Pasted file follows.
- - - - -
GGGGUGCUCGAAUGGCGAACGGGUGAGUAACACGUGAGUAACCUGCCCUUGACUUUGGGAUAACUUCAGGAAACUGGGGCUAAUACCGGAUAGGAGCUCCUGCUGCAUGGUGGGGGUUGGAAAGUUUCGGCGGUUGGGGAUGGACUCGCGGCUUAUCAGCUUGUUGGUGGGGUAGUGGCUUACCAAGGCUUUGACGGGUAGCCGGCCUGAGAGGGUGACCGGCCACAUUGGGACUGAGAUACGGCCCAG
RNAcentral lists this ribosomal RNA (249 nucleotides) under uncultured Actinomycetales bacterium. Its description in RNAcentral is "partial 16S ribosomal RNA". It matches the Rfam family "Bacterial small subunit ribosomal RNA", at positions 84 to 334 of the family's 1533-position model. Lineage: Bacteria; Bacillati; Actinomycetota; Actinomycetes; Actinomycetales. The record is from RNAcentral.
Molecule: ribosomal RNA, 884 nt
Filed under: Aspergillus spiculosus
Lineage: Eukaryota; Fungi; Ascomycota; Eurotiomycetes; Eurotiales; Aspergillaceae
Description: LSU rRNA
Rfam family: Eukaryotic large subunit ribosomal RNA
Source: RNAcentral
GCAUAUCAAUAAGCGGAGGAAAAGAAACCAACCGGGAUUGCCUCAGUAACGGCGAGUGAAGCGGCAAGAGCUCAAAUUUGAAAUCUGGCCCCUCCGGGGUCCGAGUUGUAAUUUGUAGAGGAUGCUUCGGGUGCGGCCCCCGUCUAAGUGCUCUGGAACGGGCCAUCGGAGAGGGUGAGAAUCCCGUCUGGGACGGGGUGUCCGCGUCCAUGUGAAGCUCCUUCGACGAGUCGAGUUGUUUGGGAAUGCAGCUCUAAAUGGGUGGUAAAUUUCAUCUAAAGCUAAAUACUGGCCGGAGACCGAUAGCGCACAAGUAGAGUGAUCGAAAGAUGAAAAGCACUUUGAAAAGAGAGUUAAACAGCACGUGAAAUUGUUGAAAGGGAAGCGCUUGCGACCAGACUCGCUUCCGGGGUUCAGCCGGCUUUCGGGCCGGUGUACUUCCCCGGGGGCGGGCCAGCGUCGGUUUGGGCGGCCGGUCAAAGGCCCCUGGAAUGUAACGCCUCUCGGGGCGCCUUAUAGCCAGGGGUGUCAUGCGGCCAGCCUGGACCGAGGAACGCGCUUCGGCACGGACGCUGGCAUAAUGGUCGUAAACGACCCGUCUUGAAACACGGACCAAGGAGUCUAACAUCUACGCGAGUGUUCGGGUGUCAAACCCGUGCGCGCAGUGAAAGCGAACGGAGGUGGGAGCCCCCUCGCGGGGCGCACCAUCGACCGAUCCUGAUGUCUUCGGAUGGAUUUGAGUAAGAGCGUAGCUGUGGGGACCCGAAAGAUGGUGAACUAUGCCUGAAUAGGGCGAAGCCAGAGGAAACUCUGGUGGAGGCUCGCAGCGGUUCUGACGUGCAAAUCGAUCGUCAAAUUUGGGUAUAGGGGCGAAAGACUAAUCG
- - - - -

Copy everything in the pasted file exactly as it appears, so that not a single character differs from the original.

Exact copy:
GGGGUGCUCGAAUGGCGAACGGGUGAGUAACACGUGAGUAACCUGCCCUUGACUUUGGGAUAACUUCAGGAAACUGGGGCUAAUACCGGAUAGGAGCUCCUGCUGCAUGGUGGGGGUUGGAAAGUUUCGGCGGUUGGGGAUGGACUCGCGGCUUAUCAGCUUGUUGGUGGGGUAGUGGCUUACCAAGGCUUUGACGGGUAGCCGGCCUGAGAGGGUGACCGGCCACAUUGGGACUGAGAUACGGCCCAG
RNAcentral lists this ribosomal RNA (249 nucleotides) under uncultured Actinomycetales bacterium. Its description in RNAcentral is "partial 16S ribosomal RNA". It matches the Rfam family "Bacterial small subunit ribosomal RNA", at positions 84 to 334 of the family's 1533-position model. Lineage: Bacteria; Bacillati; Actinomycetota; Actinomycetes; Actinomycetales. The record is from RNAcentral.
Molecule: ribosomal RNA, 884 nt
Filed under: Aspergillus spiculosus
Lineage: Eukaryota; Fungi; Ascomycota; Eurotiomycetes; Eurotiales; Aspergillaceae
Description: LSU rRNA
Rfam family: Eukaryotic large subunit ribosomal RNA
Source: RNAcentral
GCAUAUCAAUAAGCGGAGGAAAAGAAACCAACCGGGAUUGCCUCAGUAACGGCGAGUGAAGCGGCAAGAGCUCAAAUUUGAAAUCUGGCCCCUCCGGGGUCCGAGUUGUAAUUUGUAGAGGAUGCUUCGGGUGCGGCCCCCGUCUAAGUGCUCUGGAACGGGCCAUCGGAGAGGGUGAGAAUCCCGUCUGGGACGGGGUGUCCGCGUCCAUGUGAAGCUCCUUCGACGAGUCGAGUUGUUUGGGAAUGCAGCUCUAAAUGGGUGGUAAAUUUCAUCUAAAGCUAAAUACUGGCCGGAGACCGAUAGCGCACAAGUAGAGUGAUCGAAAGAUGAAAAGCACUUUGAAAAGAGAGUUAAACAGCACGUGAAAUUGUUGAAAGGGAAGCGCUUGCGACCAGACUCGCUUCCGGGGUUCAGCCGGCUUUCGGGCCGGUGUACUUCCCCGGGGGCGGGCCAGCGUCGGUUUGGGCGGCCGGUCAAAGGCCCCUGGAAUGUAACGCCUCUCGGGGCGCCUUAUAGCCAGGGGUGUCAUGCGGCCAGCCUGGACCGAGGAACGCGCUUCGGCACGGACGCUGGCAUAAUGGUCGUAAACGACCCGUCUUGAAACACGGACCAAGGAGUCUAACAUCUACGCGAGUGUUCGGGUGUCAAACCCGUGCGCGCAGUGAAAGCGAACGGAGGUGGGAGCCCCCUCGCGGGGCGCACCAUCGACCGAUCCUGAUGUCUUCGGAUGGAUUUGAGUAAGAGCGUAGCUGUGGGGACCCGAAAGAUGGUGAACUAUGCCUGAAUAGGGCGAAGCCAGAGGAAACUCUGGUGGAGGCUCGCAGCGGUUCUGACGUGCAAAUCGAUCGUCAAAUUUGGGUAUAGGGGCGAAAGACUAAUCG